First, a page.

Government Taskforce commits to ferry service by “early 2021”

The Government’s Hammersmith Bridge Taskforce has stated that a temporary ferry solution for pedestrians and cyclists will be in place by “early 2021 at the latest”.

The aim is to allow thousands of schoolchildren, elderly, local residents and commuters to cross between Hammersmith and Barnes every day.

Temporary walkways and pontoons, and the use of existing piers and landing sites, form part of the ferry plan. Several parties have already expressed interest in running a service across the Thames near Hammersmith Bridge.

After a meeting of the Department of Transport's Hammersmith Bridge Taskforce on 8 October, Project Director Dana Skelley said:

“Today the taskforce progressed options for a temporary solution for pedestrian and cycling traffic, including a TfL-run ferry service and emergency stabilisation works. All work is aimed to allow Londoners to quickly and safely across the river. We are committed to this being in place as soon as is possible and by early 2021 at the latest.”

The taskforce statement added that Cambridge University’s Professor Norman Fleck, a fracture mechanics and materials expert, has already held constructive conversations with TfL and H&F engineers.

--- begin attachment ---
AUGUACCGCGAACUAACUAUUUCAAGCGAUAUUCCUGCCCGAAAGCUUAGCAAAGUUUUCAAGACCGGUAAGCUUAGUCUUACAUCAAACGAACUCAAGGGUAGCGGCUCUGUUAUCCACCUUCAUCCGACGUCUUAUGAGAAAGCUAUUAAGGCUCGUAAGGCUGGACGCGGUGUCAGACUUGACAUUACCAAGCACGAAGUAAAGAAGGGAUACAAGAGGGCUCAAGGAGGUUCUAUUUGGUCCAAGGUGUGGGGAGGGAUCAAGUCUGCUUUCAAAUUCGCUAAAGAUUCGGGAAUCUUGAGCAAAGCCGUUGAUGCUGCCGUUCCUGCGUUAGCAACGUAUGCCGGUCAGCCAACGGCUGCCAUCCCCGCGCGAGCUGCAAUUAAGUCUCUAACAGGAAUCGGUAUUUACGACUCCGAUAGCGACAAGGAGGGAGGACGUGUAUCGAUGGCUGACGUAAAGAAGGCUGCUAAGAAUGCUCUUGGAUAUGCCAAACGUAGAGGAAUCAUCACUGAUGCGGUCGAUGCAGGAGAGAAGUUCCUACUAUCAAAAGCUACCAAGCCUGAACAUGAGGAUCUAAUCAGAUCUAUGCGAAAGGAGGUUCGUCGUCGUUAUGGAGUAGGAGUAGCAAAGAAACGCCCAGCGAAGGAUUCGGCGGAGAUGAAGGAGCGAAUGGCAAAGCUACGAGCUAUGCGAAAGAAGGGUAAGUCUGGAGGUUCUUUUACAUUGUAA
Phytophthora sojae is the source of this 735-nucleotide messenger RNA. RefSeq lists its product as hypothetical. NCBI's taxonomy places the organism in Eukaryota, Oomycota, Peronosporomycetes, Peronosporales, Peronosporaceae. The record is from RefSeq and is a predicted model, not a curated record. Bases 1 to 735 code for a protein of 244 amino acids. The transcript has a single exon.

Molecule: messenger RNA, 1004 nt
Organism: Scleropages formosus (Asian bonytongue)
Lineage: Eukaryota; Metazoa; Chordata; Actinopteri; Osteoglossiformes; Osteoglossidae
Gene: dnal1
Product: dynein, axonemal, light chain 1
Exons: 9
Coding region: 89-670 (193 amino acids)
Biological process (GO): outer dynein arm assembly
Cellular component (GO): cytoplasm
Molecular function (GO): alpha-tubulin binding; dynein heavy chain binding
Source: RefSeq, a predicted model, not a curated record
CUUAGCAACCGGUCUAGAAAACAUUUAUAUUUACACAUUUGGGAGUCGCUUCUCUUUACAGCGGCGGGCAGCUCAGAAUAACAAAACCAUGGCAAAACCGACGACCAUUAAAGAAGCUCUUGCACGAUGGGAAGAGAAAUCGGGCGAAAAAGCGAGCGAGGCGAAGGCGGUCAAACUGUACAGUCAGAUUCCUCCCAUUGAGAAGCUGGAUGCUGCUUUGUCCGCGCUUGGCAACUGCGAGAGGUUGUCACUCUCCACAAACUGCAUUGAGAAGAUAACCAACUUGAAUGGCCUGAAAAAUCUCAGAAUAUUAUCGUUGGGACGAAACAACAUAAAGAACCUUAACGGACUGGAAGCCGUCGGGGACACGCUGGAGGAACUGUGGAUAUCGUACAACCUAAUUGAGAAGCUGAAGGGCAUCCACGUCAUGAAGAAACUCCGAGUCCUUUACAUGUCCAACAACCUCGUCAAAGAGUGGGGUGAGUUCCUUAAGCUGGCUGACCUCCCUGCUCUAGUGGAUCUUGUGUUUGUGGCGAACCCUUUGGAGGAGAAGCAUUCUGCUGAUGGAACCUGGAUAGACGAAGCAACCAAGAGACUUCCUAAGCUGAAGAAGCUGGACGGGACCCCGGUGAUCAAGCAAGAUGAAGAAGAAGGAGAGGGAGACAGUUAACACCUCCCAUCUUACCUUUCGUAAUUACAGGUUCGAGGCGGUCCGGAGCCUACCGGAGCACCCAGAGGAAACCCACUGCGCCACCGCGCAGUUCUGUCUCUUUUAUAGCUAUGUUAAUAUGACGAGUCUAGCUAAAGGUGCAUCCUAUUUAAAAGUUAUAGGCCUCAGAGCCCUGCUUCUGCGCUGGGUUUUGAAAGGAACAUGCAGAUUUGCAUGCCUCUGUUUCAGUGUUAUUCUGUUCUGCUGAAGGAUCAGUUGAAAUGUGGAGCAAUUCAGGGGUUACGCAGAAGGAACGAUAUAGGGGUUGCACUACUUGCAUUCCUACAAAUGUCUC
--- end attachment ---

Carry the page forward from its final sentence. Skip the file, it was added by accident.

Transport for London officials will oversee the public procurement process to select an operator for the service and Hammersmith & Fulham, Richmond Council and the Port of London Authority have committed to fast-tracking planning and licensing approvals with passenger safety as the paramount issue.

The Hammersmith Bridge Taskforce was set up by the Department for Transport in September 2020 to take over the project and work up solutions. The taskforce is chaired by Baroness Vere and includes representatives from TfL, London Borough of Hammersmith and Fulham, London Borough of Richmond upon Thames, Network Rail, the Greater London Authority and the Port of London Authority.

Cllr Stephen Cowan, the Leader of the London Borough of Hammersmith and Fulham has asked the taskforce to make an early commitment on funding, which is crucial to progressing mitigation work as well as the bridge’s repair work.